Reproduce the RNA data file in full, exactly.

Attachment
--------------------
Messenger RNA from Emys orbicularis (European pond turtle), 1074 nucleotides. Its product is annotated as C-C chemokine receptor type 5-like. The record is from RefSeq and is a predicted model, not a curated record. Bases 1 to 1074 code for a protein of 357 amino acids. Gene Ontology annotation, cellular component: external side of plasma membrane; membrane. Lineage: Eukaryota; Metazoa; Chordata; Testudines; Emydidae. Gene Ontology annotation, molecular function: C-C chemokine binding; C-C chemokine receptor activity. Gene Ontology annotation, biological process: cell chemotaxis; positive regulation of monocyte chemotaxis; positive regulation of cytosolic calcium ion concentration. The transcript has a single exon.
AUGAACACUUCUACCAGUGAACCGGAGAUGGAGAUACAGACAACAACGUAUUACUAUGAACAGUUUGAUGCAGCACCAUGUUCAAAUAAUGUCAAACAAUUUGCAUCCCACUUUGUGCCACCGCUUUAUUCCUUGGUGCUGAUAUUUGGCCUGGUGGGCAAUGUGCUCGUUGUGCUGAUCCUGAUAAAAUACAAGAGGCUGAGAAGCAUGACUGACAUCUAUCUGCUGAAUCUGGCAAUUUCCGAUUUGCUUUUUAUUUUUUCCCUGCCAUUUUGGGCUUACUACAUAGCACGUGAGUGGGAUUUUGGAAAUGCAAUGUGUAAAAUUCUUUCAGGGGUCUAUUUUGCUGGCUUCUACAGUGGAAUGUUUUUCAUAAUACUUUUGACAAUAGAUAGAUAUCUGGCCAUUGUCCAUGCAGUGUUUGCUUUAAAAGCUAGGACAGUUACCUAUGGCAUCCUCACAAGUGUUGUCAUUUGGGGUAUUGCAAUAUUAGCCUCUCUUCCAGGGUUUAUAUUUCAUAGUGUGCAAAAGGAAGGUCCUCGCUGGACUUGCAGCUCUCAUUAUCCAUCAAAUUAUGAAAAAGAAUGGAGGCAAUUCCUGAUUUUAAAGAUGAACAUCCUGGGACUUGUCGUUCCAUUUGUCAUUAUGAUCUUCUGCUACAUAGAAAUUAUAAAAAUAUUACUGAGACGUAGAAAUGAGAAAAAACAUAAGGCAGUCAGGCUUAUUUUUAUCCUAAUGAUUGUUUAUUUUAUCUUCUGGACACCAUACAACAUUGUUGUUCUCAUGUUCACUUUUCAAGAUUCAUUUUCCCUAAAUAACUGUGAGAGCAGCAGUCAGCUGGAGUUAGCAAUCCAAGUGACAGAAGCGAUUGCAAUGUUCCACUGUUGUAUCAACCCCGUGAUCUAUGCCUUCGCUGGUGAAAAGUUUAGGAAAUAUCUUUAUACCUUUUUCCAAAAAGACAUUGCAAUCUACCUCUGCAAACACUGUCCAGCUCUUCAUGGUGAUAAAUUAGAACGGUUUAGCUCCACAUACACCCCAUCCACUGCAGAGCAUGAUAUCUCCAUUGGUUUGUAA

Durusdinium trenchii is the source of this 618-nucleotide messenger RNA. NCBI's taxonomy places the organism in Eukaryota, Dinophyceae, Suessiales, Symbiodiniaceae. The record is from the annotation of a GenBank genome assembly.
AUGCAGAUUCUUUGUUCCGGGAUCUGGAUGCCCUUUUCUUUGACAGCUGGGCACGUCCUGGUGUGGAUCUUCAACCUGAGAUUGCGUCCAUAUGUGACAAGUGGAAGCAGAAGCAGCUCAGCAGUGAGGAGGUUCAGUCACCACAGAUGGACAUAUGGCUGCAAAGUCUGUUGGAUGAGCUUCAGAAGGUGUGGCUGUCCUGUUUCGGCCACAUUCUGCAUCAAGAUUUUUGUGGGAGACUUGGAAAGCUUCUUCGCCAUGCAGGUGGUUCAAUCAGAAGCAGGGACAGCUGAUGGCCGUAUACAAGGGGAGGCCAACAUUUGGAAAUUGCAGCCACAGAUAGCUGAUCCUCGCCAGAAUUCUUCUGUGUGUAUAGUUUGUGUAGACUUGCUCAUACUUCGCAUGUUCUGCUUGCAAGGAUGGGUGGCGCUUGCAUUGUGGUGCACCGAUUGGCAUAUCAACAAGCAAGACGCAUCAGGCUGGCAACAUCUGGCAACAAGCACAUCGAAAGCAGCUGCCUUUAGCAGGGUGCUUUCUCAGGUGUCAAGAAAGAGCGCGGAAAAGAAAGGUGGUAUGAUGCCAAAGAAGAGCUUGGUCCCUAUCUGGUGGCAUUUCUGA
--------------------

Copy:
Messenger RNA from Emys orbicularis (European pond turtle), 1074 nucleotides. Its product is annotated as C-C chemokine receptor type 5-like. The record is from RefSeq and is a predicted model, not a curated record. Bases 1 to 1074 code for a protein of 357 amino acids. Gene Ontology annotation, cellular component: external side of plasma membrane; membrane. Lineage: Eukaryota; Metazoa; Chordata; Testudines; Emydidae. Gene Ontology annotation, molecular function: C-C chemokine binding; C-C chemokine receptor activity. Gene Ontology annotation, biological process: cell chemotaxis; positive regulation of monocyte chemotaxis; positive regulation of cytosolic calcium ion concentration. The transcript has a single exon.
AUGAACACUUCUACCAGUGAACCGGAGAUGGAGAUACAGACAACAACGUAUUACUAUGAACAGUUUGAUGCAGCACCAUGUUCAAAUAAUGUCAAACAAUUUGCAUCCCACUUUGUGCCACCGCUUUAUUCCUUGGUGCUGAUAUUUGGCCUGGUGGGCAAUGUGCUCGUUGUGCUGAUCCUGAUAAAAUACAAGAGGCUGAGAAGCAUGACUGACAUCUAUCUGCUGAAUCUGGCAAUUUCCGAUUUGCUUUUUAUUUUUUCCCUGCCAUUUUGGGCUUACUACAUAGCACGUGAGUGGGAUUUUGGAAAUGCAAUGUGUAAAAUUCUUUCAGGGGUCUAUUUUGCUGGCUUCUACAGUGGAAUGUUUUUCAUAAUACUUUUGACAAUAGAUAGAUAUCUGGCCAUUGUCCAUGCAGUGUUUGCUUUAAAAGCUAGGACAGUUACCUAUGGCAUCCUCACAAGUGUUGUCAUUUGGGGUAUUGCAAUAUUAGCCUCUCUUCCAGGGUUUAUAUUUCAUAGUGUGCAAAAGGAAGGUCCUCGCUGGACUUGCAGCUCUCAUUAUCCAUCAAAUUAUGAAAAAGAAUGGAGGCAAUUCCUGAUUUUAAAGAUGAACAUCCUGGGACUUGUCGUUCCAUUUGUCAUUAUGAUCUUCUGCUACAUAGAAAUUAUAAAAAUAUUACUGAGACGUAGAAAUGAGAAAAAACAUAAGGCAGUCAGGCUUAUUUUUAUCCUAAUGAUUGUUUAUUUUAUCUUCUGGACACCAUACAACAUUGUUGUUCUCAUGUUCACUUUUCAAGAUUCAUUUUCCCUAAAUAACUGUGAGAGCAGCAGUCAGCUGGAGUUAGCAAUCCAAGUGACAGAAGCGAUUGCAAUGUUCCACUGUUGUAUCAACCCCGUGAUCUAUGCCUUCGCUGGUGAAAAGUUUAGGAAAUAUCUUUAUACCUUUUUCCAAAAAGACAUUGCAAUCUACCUCUGCAAACACUGUCCAGCUCUUCAUGGUGAUAAAUUAGAACGGUUUAGCUCCACAUACACCCCAUCCACUGCAGAGCAUGAUAUCUCCAUUGGUUUGUAA

Durusdinium trenchii is the source of this 618-nucleotide messenger RNA. NCBI's taxonomy places the organism in Eukaryota, Dinophyceae, Suessiales, Symbiodiniaceae. The record is from the annotation of a GenBank genome assembly.
AUGCAGAUUCUUUGUUCCGGGAUCUGGAUGCCCUUUUCUUUGACAGCUGGGCACGUCCUGGUGUGGAUCUUCAACCUGAGAUUGCGUCCAUAUGUGACAAGUGGAAGCAGAAGCAGCUCAGCAGUGAGGAGGUUCAGUCACCACAGAUGGACAUAUGGCUGCAAAGUCUGUUGGAUGAGCUUCAGAAGGUGUGGCUGUCCUGUUUCGGCCACAUUCUGCAUCAAGAUUUUUGUGGGAGACUUGGAAAGCUUCUUCGCCAUGCAGGUGGUUCAAUCAGAAGCAGGGACAGCUGAUGGCCGUAUACAAGGGGAGGCCAACAUUUGGAAAUUGCAGCCACAGAUAGCUGAUCCUCGCCAGAAUUCUUCUGUGUGUAUAGUUUGUGUAGACUUGCUCAUACUUCGCAUGUUCUGCUUGCAAGGAUGGGUGGCGCUUGCAUUGUGGUGCACCGAUUGGCAUAUCAACAAGCAAGACGCAUCAGGCUGGCAACAUCUGGCAACAAGCACAUCGAAAGCAGCUGCCUUUAGCAGGGUGCUUUCUCAGGUGUCAAGAAAGAGCGCGGAAAAGAAAGGUGGUAUGAUGCCAAAGAAGAGCUUGGUCCCUAUCUGGUGGCAUUUCUGA